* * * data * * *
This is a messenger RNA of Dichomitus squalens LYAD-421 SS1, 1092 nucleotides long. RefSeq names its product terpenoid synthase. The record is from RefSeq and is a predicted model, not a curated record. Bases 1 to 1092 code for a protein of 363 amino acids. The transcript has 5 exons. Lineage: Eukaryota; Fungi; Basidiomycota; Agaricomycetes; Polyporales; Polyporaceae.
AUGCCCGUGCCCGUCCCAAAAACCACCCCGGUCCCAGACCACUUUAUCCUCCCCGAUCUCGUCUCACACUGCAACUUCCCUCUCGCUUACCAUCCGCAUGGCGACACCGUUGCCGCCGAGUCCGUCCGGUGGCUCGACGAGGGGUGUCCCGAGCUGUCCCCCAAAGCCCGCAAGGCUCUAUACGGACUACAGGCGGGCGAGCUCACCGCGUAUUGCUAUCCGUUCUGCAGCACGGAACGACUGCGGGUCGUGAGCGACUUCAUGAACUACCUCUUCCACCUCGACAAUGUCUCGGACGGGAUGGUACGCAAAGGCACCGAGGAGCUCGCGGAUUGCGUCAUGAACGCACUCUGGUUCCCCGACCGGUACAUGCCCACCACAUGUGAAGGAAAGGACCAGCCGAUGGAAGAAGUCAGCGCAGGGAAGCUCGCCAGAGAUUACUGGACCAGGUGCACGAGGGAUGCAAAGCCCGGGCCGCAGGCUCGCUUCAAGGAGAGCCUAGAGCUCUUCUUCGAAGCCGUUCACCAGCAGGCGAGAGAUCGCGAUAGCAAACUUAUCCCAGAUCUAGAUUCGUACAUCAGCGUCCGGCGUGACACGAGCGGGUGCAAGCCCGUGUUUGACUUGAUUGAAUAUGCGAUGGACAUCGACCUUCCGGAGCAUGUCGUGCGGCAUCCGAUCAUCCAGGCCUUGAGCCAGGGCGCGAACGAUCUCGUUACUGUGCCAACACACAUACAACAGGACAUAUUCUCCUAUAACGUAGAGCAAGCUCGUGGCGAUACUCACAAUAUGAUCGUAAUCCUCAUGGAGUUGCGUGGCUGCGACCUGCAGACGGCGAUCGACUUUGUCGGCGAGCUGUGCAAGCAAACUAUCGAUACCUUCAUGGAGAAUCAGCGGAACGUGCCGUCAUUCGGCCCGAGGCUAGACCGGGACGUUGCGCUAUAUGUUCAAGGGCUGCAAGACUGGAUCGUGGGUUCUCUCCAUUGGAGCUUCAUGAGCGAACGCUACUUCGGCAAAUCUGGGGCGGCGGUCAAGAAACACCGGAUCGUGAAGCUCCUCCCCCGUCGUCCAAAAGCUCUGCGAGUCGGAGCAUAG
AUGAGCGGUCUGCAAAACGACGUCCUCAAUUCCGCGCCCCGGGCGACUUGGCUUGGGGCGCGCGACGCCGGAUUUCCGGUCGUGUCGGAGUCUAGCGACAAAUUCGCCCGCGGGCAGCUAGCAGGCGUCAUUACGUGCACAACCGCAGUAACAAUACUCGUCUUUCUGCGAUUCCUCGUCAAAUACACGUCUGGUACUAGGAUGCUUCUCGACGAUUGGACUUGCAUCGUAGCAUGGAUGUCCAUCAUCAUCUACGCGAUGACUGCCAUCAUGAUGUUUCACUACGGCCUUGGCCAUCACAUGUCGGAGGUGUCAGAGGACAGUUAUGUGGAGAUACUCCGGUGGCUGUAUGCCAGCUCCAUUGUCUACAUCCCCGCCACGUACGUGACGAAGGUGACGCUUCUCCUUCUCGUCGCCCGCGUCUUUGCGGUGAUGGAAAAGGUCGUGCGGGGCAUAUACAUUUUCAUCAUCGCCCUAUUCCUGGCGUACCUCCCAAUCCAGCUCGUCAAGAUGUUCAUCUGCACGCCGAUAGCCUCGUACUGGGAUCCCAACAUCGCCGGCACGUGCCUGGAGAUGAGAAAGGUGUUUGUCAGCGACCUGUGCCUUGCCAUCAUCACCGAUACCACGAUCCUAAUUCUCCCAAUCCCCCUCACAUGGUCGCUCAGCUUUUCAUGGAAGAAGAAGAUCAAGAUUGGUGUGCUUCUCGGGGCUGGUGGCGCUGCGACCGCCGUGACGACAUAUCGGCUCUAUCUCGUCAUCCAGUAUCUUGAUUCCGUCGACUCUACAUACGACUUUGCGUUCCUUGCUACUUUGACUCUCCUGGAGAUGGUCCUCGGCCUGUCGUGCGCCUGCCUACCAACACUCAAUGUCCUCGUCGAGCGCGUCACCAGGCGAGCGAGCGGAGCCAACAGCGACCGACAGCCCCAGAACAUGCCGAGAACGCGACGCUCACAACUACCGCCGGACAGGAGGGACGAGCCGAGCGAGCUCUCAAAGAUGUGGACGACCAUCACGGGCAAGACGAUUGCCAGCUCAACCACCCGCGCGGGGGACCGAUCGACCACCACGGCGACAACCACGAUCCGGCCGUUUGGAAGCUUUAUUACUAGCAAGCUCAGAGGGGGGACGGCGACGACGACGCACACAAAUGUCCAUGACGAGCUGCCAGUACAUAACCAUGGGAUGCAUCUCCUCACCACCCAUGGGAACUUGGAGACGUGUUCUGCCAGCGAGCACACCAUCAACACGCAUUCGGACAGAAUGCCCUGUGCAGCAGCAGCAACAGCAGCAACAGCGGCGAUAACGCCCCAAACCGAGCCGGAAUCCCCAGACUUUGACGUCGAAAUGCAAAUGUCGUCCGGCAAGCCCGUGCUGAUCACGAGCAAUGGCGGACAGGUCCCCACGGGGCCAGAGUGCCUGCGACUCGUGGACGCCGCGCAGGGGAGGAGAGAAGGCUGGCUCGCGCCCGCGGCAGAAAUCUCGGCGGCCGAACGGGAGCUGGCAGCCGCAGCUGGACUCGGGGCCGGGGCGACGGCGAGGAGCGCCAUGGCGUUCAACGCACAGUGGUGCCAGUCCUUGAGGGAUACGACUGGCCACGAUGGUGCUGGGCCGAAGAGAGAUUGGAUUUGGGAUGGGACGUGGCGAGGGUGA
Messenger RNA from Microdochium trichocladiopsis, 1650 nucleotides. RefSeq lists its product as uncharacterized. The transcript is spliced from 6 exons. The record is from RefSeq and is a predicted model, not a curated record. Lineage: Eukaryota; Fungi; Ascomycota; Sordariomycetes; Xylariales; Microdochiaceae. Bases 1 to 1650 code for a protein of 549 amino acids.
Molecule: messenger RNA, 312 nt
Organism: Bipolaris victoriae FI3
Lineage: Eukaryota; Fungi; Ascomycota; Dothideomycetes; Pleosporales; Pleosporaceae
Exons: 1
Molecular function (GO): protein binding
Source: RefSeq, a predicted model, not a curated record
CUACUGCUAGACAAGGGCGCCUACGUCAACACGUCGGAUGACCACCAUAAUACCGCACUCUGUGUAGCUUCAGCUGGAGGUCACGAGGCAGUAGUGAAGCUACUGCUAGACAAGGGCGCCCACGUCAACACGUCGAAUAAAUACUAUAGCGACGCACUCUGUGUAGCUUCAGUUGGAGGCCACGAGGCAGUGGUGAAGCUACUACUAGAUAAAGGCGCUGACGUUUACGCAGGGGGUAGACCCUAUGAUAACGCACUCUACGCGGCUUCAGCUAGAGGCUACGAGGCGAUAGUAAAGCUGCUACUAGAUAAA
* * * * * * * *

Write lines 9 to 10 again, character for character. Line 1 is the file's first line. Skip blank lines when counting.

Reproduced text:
Molecular function (GO): protein binding
Source: RefSeq, a predicted model, not a curated record